Monday, July 24, 2017

Limits to progress, economic growth, and capitalism?

FT has more on the challenges facing retail in the US from the e-commerce market,
Credit Suisse estimates that as many as 8,640 stores with 147m square feet of retailing space could close down just this year — surpassing the level of closures after the financial crisis and dotcom bust. The downturn is hitting the largely healthy US labour market — the retail industry has lost an average of 9,000 jobs a month this year, according to the Bureau of Labor Statistics, compared with average monthly job gains of 17,000 last year.
The dramatic flurry of retail stores construction in the US has been a major contributor to this disruption,
PwC estimates that there is about 24 sq ft of retailing floorspace per person in the US, compared with 11 sq ft in Australia — the only other developed country that comes close to the US — and between 2 and 5 sq ft in Europe.
Amazon with less that 10% of US retail sales forms nearly 40% of US retailing valuations, 
The online giant’s shares are now worth $477bn, more than half as much as the rest of the listed US retailing world... Online-only purchases account for just over 10 per cent of all US retail sales, but the share is growing quickly.
And this is true not just of retail, but also in hotel and travel industry,
Priceline and Expedia are now valued at a combined $114bn, almost as much as all the hotels and hospitality groups in the S&P 500, or the airlines.
On labour intensity in retail, this is a stunning statistic,
Goldman Sachs estimates that ecommerce companies only require 0.9 employees per $1m of sales compared with 3.5 for a bricks-and-mortar store, and the sector is on course to lose about 100,000 jobs this year. This may be small compared with the overall retail economy — which employs almost 16m — but it is likely only the beginning of a broad, accelerating trend as even more shopping migrates online.
I have three observations.

1. One of the things that we tend to assume with development and economic growth is that it is always good and brings progress. In the long-run, or the general equilibrium, adjustments are made and losers compensated, it is assumed. However, there is little basis for this assumption. It is a faith-based argument. As Tyler Cowen has written recently, the pain and suffering associated with Industrial Revolution, was far from transient and tolerable. And unlike the 1700s, such adjustments are most likely to be even less acceptable. 

In general, there is nothing to suggest why automation should be accompanied by all the required labour market adjustments. In fact, what if in the future there are less human beings engaged in the work-force? There is no sound basis for the optimism of the techno-optimists. 

In the circumstances, being more cautious with the wholesale adoption of unqualified automation, even if it appears against progress, may not be that bad an idea. Public policy may need to more specifically explore the options to protect and keep meaningfully engaged those most vulnerable to labour market displacement from such trends. If we can exercise restraint on human cloning, we can as well be cautious on the adoption of driverless cars.

2. There is nothing to support the belief that economic growth of this generation and a couple earlier is the natural order of things. It is well-acknowledged that the growth spurt since the late nineteenth-century has not only been unprecedented but also outside the norm for centuries of human existence, and there is therefore nothing to suggest that it should continue.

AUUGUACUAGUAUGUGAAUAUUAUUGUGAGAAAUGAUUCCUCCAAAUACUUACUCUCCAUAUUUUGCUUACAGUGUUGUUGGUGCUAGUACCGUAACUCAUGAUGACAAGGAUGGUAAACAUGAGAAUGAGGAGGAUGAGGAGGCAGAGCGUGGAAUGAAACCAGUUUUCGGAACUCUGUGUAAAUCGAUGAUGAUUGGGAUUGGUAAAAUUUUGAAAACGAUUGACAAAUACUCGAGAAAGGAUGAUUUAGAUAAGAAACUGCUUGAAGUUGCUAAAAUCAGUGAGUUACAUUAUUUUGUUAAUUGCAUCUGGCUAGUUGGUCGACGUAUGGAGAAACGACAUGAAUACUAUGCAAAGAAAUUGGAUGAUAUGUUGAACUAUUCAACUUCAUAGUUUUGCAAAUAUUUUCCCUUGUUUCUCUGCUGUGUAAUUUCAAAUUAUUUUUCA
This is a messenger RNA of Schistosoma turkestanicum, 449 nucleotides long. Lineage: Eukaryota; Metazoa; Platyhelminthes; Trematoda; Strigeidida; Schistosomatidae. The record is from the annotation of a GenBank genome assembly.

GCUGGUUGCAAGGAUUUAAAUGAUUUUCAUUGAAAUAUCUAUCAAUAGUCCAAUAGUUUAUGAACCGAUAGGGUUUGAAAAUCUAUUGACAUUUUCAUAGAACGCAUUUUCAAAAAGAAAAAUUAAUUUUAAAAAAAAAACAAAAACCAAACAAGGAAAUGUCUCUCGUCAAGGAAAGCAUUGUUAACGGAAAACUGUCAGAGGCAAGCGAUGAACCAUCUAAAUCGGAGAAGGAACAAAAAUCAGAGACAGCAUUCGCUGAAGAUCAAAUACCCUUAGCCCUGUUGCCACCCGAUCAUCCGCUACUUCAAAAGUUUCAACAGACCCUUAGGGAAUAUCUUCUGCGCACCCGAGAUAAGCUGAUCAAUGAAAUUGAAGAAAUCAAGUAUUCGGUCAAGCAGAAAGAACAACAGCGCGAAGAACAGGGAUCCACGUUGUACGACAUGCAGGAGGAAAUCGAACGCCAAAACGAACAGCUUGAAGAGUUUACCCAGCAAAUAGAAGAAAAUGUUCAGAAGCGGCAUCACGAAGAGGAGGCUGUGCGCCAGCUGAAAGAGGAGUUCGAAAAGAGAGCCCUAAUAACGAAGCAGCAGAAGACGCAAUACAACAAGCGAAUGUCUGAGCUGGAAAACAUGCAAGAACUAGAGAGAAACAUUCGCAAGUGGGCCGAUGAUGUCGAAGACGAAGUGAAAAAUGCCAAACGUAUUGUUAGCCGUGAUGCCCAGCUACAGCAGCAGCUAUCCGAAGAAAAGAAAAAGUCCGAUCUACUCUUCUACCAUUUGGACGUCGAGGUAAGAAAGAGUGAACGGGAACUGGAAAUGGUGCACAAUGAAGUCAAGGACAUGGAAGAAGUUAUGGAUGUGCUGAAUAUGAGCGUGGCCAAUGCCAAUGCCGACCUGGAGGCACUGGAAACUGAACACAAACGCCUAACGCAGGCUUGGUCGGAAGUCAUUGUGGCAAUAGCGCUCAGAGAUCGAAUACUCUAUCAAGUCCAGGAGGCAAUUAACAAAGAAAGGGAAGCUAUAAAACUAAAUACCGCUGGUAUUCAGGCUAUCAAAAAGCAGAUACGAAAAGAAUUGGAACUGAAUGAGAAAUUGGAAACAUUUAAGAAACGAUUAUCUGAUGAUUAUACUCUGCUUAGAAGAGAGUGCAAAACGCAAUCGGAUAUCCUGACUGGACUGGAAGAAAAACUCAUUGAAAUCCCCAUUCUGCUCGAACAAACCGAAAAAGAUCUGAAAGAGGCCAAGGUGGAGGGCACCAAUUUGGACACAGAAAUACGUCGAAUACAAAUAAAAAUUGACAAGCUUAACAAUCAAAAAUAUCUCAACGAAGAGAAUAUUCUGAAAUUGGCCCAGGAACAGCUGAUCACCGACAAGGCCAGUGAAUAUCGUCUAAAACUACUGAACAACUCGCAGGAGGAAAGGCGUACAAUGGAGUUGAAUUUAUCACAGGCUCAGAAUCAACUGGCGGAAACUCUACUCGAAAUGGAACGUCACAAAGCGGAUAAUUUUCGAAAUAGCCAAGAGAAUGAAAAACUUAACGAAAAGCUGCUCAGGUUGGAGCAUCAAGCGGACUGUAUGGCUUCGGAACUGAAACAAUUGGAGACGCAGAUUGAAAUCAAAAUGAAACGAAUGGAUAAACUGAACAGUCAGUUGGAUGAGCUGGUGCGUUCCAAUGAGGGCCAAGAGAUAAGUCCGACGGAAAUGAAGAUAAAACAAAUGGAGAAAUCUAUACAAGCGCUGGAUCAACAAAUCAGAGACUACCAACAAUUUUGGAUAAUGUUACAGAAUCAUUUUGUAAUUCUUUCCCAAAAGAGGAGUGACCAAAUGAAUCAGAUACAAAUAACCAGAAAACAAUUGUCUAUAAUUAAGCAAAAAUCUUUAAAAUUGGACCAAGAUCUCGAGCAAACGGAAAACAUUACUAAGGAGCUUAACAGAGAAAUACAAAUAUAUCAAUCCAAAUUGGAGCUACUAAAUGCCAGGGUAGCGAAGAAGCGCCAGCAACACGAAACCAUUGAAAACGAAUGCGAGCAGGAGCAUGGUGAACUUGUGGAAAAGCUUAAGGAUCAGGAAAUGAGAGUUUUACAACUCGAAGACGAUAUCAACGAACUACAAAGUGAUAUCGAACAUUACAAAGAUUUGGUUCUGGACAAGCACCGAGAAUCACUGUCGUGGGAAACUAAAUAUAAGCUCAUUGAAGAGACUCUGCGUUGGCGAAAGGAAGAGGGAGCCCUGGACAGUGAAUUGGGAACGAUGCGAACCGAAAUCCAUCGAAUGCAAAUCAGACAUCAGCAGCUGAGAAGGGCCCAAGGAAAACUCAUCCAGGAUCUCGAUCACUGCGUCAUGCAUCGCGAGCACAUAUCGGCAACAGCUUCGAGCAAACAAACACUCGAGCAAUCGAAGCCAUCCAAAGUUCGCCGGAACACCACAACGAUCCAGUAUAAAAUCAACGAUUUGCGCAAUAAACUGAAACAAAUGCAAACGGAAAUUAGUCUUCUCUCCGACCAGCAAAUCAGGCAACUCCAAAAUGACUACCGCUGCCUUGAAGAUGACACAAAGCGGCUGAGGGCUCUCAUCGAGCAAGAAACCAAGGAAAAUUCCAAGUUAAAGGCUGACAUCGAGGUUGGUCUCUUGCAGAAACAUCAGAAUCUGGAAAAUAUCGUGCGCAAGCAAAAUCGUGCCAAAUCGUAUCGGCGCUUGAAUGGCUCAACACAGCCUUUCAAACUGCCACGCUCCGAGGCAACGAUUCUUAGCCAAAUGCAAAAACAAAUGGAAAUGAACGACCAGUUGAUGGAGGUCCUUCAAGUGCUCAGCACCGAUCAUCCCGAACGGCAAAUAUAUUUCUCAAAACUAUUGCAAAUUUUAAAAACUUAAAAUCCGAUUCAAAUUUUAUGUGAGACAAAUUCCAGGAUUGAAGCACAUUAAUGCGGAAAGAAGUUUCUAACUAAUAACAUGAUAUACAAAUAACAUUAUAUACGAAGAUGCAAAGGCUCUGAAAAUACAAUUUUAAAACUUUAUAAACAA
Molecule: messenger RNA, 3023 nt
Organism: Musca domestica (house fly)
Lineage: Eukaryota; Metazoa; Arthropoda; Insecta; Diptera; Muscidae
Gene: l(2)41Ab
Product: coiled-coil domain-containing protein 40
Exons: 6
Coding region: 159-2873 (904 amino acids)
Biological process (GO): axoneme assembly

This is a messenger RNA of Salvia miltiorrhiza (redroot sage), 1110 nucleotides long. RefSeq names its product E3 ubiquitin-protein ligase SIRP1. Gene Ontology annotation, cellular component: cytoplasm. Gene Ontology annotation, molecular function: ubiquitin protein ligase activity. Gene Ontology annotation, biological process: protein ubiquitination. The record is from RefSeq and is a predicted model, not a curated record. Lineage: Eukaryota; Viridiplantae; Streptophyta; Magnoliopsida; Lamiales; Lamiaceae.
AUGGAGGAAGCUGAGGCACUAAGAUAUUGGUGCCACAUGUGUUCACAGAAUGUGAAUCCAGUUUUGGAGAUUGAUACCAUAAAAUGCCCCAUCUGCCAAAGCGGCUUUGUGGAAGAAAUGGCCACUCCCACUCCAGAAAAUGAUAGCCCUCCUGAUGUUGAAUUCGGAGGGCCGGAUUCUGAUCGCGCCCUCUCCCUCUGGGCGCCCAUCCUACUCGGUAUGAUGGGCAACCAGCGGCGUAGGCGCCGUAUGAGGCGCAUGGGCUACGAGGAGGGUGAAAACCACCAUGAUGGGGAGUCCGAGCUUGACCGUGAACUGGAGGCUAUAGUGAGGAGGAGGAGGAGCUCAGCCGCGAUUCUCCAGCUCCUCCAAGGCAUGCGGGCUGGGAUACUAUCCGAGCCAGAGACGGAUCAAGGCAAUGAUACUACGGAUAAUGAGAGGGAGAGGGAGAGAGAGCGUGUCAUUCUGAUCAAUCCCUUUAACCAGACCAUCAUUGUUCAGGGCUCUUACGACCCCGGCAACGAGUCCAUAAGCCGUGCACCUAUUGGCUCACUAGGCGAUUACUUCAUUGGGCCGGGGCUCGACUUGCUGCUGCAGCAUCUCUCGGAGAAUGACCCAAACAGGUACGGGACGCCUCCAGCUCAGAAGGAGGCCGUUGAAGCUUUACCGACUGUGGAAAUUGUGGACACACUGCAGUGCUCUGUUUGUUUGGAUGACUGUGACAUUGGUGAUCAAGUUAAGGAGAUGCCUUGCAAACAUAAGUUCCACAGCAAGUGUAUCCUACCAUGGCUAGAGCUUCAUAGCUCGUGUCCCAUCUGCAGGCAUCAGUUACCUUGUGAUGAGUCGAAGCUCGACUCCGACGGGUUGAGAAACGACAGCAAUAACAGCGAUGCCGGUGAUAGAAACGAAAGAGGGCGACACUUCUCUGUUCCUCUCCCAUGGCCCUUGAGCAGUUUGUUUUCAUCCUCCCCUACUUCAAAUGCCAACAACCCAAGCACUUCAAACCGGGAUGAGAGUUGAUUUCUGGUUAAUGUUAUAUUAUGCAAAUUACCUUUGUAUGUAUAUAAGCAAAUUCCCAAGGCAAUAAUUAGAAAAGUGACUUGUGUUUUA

In fact, an empirical assessment points to a secular trend of stagnating incomes across the developed world. The Times points to an MGI analysis of 2016 that found 81% of the US, 97% of Italian, 70% of British, and 63% of French populations fall in an income bracket with flat or declining incomes over the last decade.

A world where economic growth is just enough to sustain living standards, while difficult to accept for our generation, should not signal doom. On a historic sweep, even if we are able to sustain the current living standards, with marginal and very gradual increases, it may be a big achievement. The far less desirable, but more likely eventuality (than another century of growth similar to the past century), is a decline in living standards.

3. Finally, this raises more questions about the sustainability of free-market capitalism. What if the inexorable dynamic of the market forces playing themselves out is a world without adequate work to support the billions and results in meaningless lives and pitiable suffering? On a 40-50 year horizon, I see no reason why this scenario is any less less plausible than the widely accepted argument that the "dictatorship of the proletariat" will eventually end up in an centralised and authoritarian system like in the Stalinist Soviet Union.

Update 1 (25.07.2017)

This - India won't allow driverless cars - is good public policy! 

1 comment:

Karthik Dinne said...

There are similar concerns regarding driverless cars and brick making machines (which you posted earlier). People just don't seem to recognise the damage they can cause. Advent of computers in the past wasn't painful doesn't mean that it won't be painful in the future too. Economies with small %age of people in driving profession may not feel the damage but it definitely does damage countries like India where car driver profession (along with security guards and construction workers) is one of the important mechanisms behind labour mobility from rural to urban India. Any one who cautions regarding these are dismissed as Luddites.

As Lant Pritchett asks, regarding driverless cars - Why are the world’s scarcest economic resources devoted to economizing one of the world’s most abundant economic resources (people)?